Jesus is the only one whose righteousness exceeds that of the scribes and Pharisees. He is the only one who obeyed every single Law of God in thought, word, and deed. He never even had a sinful thought against anyone; not even against those who shamefully mocked Him, spit on Him, hit Him on the head with a reed, pushed a crown of thorns over His head, whipped Him, and crucified Him. Jesus prayed for them saying, “Father, forgive them, for they know not what they do.” (Luke 23:34)
Jesus fulfilled the Law of God for us. Everything we have failed to do, Jesus fulfilled. And He paid the price of our sins by suffering and dying for us. His perfection and righteousness cover our sin. Our Baptism was into His death and resurrection, so in our Baptism He covered us with His righteousness. Thus, He is our righteousness. His righteousness exceeds that of the scribes and Pharisees, thus we will enter the kingdom of heaven.
Being thus reconciled with God, Jesus gives us instructions to reconcile with our brother: “If you are offering your gift at the altar and there remember that your brother has something against you, leave your gift at the altar and go. First be reconciled to your brother, and then come and offer your gift.” Your offerings and prayers are not pleasing to God if you are harbouring a grudge or refusing to be reconciled with someone.
Thus, if someone has sinned against you, go and tell him between you and him alone and be reconciled with him. If you have sinned against someone, go and express your sorrow over your sin and be reconciled with him.
It is far easier to simply never see that person again or to ignore the sin and pretend it doesn’t exist between you, but that is not reconciliation. Jesus warns us to reconcile before it is too late, that is, before we die. If we refuse to be reconciled with our brother, Jesus says we will be handed over to the judge and then put in prison. He’s not talking about civil authorities here, but about Judgment Day and hell.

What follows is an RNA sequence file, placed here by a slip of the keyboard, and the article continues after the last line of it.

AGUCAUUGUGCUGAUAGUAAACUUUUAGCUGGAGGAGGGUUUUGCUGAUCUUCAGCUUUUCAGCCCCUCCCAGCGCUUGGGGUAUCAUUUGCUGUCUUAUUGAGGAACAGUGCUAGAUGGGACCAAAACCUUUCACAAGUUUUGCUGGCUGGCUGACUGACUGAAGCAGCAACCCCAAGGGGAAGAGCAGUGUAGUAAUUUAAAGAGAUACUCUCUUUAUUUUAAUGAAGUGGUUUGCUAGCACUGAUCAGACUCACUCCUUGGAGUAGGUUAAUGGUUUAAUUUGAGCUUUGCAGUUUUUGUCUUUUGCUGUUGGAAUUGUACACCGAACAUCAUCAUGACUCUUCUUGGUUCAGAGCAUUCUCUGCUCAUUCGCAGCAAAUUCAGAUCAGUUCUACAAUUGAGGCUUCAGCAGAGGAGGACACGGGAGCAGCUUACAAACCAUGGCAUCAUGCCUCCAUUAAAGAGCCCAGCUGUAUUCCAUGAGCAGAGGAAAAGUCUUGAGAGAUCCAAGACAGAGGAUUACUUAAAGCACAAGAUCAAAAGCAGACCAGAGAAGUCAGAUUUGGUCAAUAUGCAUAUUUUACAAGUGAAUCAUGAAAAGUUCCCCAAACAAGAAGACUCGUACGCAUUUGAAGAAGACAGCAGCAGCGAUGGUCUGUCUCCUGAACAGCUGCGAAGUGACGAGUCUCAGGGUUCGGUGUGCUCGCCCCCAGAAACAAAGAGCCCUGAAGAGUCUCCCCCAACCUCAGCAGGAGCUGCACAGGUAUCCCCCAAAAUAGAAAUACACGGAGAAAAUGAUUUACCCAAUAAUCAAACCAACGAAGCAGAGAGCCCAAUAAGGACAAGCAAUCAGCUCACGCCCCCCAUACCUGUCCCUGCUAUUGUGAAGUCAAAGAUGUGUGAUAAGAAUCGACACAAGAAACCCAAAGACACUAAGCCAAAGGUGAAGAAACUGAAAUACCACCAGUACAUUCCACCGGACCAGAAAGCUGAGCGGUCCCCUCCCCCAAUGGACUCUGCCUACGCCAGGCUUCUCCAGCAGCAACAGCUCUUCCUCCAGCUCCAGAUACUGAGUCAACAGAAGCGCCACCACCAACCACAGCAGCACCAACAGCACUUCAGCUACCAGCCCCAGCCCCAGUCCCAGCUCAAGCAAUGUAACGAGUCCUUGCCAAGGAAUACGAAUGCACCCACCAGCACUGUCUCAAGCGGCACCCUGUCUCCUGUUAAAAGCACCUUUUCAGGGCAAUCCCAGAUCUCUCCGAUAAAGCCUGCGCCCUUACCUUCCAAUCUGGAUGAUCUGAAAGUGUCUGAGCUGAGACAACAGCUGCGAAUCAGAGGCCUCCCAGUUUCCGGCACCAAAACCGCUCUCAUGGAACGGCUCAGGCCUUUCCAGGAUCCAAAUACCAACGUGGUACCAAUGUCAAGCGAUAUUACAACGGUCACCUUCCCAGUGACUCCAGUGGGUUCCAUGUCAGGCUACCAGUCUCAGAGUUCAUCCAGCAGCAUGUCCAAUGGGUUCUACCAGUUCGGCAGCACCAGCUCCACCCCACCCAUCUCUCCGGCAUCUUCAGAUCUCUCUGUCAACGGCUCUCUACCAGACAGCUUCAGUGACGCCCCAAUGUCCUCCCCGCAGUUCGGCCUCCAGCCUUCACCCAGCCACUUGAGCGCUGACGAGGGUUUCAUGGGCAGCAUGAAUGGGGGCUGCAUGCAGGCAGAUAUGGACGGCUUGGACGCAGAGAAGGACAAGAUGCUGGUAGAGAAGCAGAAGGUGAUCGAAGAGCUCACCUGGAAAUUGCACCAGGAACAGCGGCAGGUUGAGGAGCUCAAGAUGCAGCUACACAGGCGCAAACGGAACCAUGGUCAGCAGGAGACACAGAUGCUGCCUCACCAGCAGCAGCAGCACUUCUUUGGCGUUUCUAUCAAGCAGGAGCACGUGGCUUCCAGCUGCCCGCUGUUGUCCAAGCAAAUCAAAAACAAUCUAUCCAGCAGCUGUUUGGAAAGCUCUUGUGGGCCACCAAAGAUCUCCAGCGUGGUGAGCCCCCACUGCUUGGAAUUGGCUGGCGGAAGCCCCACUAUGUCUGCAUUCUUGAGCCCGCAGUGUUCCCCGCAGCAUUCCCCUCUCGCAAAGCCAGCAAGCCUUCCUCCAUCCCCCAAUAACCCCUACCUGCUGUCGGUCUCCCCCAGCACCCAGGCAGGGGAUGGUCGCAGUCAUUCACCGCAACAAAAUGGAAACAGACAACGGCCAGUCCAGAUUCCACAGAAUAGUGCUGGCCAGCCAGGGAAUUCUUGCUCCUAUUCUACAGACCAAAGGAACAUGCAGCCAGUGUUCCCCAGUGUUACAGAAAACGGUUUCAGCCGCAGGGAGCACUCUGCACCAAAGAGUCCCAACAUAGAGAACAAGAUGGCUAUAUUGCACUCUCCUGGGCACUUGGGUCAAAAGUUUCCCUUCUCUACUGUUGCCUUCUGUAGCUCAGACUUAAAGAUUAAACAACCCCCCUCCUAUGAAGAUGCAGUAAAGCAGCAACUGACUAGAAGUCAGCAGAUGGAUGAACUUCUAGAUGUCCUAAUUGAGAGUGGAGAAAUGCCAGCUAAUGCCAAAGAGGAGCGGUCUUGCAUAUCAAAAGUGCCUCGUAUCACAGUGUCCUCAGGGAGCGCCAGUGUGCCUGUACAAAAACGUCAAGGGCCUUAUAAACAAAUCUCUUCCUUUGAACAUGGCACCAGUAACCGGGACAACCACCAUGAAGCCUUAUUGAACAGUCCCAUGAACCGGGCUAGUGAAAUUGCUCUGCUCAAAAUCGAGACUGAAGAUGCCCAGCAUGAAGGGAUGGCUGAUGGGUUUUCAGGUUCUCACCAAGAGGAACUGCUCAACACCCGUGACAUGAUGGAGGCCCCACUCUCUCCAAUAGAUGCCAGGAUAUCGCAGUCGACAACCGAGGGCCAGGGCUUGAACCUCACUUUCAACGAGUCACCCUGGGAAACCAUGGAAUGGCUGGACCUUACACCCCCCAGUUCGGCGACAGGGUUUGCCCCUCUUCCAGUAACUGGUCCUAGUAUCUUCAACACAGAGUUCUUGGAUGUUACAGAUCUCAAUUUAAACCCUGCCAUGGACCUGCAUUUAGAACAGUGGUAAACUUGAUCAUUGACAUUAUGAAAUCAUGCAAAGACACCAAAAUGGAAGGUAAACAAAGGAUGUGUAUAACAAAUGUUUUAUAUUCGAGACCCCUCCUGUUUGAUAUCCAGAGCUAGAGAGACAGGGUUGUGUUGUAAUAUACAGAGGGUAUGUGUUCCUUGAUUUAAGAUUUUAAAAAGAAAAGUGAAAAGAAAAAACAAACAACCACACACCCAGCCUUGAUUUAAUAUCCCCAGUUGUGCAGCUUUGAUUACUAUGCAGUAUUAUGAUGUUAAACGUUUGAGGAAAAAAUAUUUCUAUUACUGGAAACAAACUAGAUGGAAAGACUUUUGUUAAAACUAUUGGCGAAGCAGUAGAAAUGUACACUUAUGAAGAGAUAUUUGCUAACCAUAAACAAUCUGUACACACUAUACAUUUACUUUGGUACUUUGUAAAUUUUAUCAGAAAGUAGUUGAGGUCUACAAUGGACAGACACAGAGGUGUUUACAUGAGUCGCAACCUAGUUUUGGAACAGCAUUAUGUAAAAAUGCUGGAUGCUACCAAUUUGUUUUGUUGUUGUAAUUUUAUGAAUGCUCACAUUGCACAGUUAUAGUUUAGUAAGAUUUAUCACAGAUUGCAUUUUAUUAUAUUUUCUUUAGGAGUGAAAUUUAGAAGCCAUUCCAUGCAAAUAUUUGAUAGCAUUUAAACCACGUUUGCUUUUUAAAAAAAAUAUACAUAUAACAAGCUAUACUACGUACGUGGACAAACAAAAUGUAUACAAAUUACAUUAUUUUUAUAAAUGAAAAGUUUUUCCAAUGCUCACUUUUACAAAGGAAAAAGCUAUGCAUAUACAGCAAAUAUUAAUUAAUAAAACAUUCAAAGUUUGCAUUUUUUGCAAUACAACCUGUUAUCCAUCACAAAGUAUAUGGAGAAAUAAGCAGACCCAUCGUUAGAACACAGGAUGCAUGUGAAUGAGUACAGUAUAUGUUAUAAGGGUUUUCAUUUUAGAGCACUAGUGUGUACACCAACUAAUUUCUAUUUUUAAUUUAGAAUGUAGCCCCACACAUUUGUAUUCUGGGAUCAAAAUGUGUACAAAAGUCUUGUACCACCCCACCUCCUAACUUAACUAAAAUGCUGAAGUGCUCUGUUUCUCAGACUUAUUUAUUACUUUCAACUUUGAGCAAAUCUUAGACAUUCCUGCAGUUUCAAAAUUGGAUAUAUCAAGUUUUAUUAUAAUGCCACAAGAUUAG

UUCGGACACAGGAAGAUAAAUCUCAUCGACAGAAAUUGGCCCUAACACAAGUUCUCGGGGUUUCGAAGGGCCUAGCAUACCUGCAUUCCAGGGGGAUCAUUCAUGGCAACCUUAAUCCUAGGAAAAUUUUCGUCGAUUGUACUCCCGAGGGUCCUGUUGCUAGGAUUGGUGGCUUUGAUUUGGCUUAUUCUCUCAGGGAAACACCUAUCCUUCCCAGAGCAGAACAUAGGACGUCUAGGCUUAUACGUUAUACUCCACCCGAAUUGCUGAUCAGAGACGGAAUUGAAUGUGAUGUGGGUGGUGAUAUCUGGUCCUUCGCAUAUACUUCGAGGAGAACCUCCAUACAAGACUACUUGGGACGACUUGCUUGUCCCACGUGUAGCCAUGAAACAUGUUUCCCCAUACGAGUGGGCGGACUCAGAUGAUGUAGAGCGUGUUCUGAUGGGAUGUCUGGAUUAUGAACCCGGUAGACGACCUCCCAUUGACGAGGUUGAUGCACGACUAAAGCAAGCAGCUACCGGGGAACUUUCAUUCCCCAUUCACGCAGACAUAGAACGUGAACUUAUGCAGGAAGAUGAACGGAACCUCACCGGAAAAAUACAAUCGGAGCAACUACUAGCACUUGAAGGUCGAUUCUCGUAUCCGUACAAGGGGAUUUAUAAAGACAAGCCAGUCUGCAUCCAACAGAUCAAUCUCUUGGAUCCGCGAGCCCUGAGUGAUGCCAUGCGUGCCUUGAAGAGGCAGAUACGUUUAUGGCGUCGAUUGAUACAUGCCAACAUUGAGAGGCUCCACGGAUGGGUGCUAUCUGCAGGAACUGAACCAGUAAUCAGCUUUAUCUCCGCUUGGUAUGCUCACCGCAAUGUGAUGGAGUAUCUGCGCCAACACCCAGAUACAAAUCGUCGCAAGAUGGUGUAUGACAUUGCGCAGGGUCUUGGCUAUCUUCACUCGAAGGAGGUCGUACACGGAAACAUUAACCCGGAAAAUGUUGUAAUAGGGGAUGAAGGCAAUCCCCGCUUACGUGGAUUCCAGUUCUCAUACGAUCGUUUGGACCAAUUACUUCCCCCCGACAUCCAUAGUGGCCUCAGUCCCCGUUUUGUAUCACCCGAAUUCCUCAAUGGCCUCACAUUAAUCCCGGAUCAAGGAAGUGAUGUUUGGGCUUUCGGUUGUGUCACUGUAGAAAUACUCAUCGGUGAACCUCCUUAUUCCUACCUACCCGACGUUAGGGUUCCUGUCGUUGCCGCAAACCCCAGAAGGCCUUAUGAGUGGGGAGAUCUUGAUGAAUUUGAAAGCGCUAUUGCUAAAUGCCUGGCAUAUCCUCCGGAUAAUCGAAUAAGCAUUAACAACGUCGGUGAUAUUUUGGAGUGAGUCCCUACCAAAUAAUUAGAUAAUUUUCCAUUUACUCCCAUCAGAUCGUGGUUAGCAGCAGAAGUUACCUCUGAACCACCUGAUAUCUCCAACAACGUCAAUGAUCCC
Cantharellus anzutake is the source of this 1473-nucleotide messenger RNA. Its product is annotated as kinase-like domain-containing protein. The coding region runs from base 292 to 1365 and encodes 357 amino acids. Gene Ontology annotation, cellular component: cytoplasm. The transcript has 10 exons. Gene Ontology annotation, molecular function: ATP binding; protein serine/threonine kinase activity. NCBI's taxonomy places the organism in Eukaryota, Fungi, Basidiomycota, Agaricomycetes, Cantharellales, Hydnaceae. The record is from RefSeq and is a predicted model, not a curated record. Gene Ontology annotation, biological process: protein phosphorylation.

Why do we wish to harbour anger and not forgive our neighbour, while God has forgiven us so much? There is no comparison between how much we provoke God and how much our neighbour may offend us (J. Gerhard).
Therefore we must also be reconciled with God before it is too late. Being reconciled with God and receiving His forgiveness is what then enables us to be reconciled with our neighbour and forgive him, or to humble ourselves and ask for his forgiveness. God’s forgiveness flows through us to others, reconciling us with them.
Here too, we rely not on the Law to bring about reconciliation, but on the Gospel. The Law tells us how we should treat our neighbour, speak of him, and think of him, but when we fail, as we do so regularly, the Gospel of forgiveness is the only solution.
God freely forgives us, so we can freely forgive each other. Christ is our righteousness, so He is the one who reconciles us with the Father and also with each other. God has forgiven us our mountain of sins, so we can in turn forgive our brother his sin against us.
The Law kills. That is its job. But the Gospel gives life. That’s its job. The Gospel saves us from the Law and gives us eternal life.
The Law reveals the guilt of sin
And makes us conscience-stricken;
But then the Gospel enters in
The sinful soul to quicken.
Come to the cross, trust Christ, and live;
The Law no peace can ever give,
No comfort and no blessing.
Faith clings to Jesus Christ alone
And rests in Him unceasing;
And by its fruits true faith is known,
With faith and hope increasing.
For faith alone can justify;
Works serve our neighbour and supply
The proof that faith is living. (LSB 555 st. 8-9) Amen.
The peace of God which surpasses all understanding, will keep your hearts and minds in Christ Jesus our Lord. Amen.